► UTM graduate, Carl Seleem, class of ’12, talks to IMI about the importance of educational leadership and engagement.
I graduated five years ago from the Commerce Program.
I started working for a Canadian retail company and two years later I was hired as an analyst for a multinational retail corporation. I knew at that point that I wanted to have a career in merchandise marketing. Currently, I am a marketing manager for a Canadian distributor of fasteners, tools, safety supplies, abrasives and more. We serve customers in the construction, industrial and institutional markets. I manage a marketing team of four.
Too often I mentor people that overthink situations and are overcome by intimidation.
They are their own worst critic and judge. If you focus solely on academics, you could be overlooked by someone who is well-rounded even though they may be a few points below a 4.0 grade point average. But if you make the most of your time at UTM and strive to be well-balanced you will be successful.
I’m a big believer of paying it forward.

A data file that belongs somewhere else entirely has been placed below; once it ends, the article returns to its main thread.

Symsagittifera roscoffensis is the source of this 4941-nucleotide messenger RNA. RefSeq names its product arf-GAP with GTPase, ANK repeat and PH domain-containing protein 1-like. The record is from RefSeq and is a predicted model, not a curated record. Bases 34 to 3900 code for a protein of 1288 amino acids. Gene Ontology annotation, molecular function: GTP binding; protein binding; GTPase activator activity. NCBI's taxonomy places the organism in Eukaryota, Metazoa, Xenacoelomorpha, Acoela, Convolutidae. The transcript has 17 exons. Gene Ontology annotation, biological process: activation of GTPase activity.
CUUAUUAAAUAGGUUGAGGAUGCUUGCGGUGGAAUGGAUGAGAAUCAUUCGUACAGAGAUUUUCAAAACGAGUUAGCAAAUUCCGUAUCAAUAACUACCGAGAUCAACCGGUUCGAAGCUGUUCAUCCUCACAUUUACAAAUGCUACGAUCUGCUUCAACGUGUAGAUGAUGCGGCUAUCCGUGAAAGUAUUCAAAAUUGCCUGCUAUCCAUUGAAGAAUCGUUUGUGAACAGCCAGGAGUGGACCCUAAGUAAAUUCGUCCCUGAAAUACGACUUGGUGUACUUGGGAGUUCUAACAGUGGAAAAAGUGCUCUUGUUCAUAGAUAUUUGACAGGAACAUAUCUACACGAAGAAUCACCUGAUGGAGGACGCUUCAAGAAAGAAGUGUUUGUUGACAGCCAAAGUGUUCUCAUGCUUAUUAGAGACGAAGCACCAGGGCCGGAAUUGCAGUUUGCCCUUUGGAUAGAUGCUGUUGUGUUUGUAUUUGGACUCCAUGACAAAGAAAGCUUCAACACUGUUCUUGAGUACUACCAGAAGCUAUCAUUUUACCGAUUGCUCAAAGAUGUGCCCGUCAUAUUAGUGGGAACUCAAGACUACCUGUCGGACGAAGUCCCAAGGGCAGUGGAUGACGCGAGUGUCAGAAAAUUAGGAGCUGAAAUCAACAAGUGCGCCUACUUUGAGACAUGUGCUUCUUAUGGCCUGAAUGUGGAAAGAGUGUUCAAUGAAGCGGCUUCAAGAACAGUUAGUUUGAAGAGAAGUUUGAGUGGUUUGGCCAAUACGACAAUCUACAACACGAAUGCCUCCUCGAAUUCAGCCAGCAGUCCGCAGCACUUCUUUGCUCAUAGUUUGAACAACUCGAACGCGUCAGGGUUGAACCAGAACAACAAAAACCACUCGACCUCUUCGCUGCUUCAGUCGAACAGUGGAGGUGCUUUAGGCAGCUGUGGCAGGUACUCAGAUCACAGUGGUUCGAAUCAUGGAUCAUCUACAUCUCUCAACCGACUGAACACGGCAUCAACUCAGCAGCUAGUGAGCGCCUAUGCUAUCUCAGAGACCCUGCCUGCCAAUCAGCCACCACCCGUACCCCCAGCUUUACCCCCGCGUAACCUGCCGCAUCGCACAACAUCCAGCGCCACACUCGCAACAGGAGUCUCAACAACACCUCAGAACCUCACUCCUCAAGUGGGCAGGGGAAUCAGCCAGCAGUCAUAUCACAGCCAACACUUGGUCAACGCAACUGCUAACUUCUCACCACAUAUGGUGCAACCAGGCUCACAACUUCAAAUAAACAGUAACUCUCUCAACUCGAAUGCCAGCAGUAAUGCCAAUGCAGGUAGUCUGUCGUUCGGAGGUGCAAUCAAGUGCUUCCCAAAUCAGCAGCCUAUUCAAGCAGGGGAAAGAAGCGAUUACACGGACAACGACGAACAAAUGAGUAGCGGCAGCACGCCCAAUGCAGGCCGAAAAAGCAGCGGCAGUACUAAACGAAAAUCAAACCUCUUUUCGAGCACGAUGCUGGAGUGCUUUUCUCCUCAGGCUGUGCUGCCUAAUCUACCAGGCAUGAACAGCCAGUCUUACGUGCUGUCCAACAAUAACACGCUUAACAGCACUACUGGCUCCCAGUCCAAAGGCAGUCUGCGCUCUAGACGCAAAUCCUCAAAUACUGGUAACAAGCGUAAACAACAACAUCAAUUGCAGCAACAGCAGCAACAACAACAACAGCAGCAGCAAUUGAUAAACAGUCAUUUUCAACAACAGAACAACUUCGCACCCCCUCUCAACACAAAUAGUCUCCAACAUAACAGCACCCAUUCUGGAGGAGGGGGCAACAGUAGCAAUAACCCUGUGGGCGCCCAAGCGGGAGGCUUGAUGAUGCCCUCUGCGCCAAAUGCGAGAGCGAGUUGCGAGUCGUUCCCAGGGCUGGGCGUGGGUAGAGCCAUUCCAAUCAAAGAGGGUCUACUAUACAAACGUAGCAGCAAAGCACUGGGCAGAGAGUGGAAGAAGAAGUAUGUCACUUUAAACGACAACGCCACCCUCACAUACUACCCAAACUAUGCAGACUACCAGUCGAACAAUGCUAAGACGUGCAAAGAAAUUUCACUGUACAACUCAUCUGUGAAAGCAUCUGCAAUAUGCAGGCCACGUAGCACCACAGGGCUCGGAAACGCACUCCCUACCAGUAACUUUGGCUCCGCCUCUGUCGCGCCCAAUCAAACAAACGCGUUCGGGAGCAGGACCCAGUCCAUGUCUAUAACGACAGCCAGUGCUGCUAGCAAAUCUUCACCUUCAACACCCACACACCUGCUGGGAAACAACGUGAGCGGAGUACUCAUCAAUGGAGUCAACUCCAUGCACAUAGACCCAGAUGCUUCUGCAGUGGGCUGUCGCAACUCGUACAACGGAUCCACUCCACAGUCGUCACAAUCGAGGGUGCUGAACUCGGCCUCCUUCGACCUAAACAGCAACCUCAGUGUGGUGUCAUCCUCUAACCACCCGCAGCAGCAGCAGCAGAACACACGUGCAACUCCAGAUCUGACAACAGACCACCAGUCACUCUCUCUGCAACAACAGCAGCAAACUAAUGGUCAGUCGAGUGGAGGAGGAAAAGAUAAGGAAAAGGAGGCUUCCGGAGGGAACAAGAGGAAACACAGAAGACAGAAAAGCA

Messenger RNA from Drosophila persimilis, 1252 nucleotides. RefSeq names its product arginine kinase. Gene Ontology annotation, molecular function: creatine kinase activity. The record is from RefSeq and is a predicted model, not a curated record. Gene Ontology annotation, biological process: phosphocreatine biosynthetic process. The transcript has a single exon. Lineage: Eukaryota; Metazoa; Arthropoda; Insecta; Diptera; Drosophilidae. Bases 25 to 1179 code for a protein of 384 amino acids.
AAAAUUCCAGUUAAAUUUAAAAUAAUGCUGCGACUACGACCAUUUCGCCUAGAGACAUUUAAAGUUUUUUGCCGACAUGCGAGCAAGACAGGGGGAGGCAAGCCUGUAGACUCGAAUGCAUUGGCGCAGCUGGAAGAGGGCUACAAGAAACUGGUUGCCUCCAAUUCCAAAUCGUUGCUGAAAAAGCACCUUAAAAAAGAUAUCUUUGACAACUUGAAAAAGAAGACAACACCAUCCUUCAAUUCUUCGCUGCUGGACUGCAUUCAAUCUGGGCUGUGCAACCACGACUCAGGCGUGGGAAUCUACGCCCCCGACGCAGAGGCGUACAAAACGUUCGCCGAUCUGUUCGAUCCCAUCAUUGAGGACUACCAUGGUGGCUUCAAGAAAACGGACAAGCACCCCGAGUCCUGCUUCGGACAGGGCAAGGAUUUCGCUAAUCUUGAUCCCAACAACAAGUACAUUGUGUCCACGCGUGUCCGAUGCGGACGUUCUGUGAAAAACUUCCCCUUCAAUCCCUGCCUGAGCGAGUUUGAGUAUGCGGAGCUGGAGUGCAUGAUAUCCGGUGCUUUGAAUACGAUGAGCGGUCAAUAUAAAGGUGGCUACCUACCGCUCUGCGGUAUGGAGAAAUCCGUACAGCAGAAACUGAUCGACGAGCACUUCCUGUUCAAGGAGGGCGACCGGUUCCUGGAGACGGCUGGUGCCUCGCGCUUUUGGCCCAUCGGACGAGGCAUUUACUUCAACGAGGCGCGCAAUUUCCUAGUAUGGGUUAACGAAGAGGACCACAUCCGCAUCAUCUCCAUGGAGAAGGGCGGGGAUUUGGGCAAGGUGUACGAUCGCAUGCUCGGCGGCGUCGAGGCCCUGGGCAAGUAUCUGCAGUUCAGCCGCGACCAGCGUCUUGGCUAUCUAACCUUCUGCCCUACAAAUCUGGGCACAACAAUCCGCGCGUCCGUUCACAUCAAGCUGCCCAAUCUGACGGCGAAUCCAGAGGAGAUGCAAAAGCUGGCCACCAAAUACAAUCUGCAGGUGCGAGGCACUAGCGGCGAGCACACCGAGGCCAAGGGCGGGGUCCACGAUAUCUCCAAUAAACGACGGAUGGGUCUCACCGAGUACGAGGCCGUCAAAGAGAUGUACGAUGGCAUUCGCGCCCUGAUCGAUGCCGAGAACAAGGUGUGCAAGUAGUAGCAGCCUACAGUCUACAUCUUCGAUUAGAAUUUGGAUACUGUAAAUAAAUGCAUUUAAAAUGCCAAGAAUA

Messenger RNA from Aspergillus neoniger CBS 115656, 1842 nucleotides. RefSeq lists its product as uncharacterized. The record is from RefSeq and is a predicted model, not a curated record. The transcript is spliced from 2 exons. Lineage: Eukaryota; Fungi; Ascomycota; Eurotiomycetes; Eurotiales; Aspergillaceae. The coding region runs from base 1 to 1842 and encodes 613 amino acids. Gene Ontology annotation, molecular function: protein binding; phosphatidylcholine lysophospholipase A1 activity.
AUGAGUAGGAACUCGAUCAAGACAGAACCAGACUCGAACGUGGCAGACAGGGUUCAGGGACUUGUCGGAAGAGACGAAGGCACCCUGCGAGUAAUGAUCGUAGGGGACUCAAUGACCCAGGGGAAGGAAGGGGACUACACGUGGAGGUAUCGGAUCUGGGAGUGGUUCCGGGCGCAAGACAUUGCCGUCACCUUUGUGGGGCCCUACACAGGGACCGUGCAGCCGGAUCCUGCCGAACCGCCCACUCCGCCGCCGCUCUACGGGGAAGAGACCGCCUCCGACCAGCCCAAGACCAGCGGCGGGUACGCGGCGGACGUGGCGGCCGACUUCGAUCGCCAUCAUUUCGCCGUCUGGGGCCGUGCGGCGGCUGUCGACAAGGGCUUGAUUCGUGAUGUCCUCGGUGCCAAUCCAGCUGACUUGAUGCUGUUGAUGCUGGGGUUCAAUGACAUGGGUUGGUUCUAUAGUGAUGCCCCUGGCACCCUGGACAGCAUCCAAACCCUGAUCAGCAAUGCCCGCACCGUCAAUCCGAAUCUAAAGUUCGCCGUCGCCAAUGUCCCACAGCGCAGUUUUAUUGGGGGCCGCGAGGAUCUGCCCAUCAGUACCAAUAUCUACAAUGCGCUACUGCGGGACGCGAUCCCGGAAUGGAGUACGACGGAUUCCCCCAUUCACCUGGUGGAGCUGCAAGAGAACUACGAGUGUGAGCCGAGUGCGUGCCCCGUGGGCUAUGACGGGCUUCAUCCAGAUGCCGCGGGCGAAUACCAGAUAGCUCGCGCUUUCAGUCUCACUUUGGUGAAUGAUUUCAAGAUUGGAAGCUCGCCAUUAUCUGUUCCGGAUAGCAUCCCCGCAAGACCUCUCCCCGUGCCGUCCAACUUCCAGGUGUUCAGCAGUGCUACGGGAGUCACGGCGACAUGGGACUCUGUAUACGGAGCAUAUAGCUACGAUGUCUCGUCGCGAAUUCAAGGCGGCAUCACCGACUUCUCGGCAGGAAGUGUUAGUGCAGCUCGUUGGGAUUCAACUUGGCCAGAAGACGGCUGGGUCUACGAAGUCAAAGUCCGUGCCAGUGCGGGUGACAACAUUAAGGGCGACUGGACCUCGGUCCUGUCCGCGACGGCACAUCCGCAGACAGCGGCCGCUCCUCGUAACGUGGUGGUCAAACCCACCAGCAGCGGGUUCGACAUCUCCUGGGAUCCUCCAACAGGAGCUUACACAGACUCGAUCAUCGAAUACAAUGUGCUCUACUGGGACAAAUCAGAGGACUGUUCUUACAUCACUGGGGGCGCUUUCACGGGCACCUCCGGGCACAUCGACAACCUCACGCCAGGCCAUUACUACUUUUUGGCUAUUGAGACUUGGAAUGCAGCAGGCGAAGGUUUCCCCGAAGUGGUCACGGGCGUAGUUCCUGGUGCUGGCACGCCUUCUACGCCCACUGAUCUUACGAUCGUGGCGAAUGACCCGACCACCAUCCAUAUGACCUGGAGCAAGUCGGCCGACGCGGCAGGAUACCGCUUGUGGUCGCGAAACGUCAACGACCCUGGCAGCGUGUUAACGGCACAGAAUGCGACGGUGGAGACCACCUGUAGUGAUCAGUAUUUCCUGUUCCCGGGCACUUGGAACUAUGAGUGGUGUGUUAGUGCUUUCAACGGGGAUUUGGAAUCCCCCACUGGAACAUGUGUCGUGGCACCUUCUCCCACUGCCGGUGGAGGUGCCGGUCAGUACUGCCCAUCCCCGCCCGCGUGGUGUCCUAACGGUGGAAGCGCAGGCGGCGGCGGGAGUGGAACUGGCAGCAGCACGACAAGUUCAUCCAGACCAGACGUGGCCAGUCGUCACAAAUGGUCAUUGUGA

If I get the chance, I will do what the senior Undergraduate Commerce Society (UCS) executives at the time did for me when I was a freshman. They told me about the wrong and right courses to take as electives in terms of best practices. They reminded me that their office has an open door policy and I can ask them about anything. They offered tips on how to study for different courses.
Eventually, I became social director of UCS.
I was given this role where I was expected to be a source of energy. There was a side of me that was cascading that energy and engaging students and getting them pumped up about a certain activity. At the same time, you create a level of community where they can approach you. We developed a mentorship program in which they partnered up a first-year student with a third- or fourth-year student.
Mentorship programs are important because they strengthen community.
When I first got into the workforce, having a great manager made all the difference. If you look at any great leader that has inspired you in the corporate world, usually their best assets are the people that surround them. How can you be as great as you want to be without trying to be a person of influence and a team player. You don’t get through any project or job alone, even as an entrepreneur.
Everywhere I go, I carry the reputation of where I’m from.
The greatest level of pride that you’ll have on your resume is going to be where you’ve invested your time and your resources at your school. Upon entering the workforce, I was proud to showcase the U of T name. I have a lot of gratitude for the time management and academic skills, the networking and the confidence that was fostered at UTM.
*Story and photo by Sarah Jane Silva for the Institute for Management & Innovation.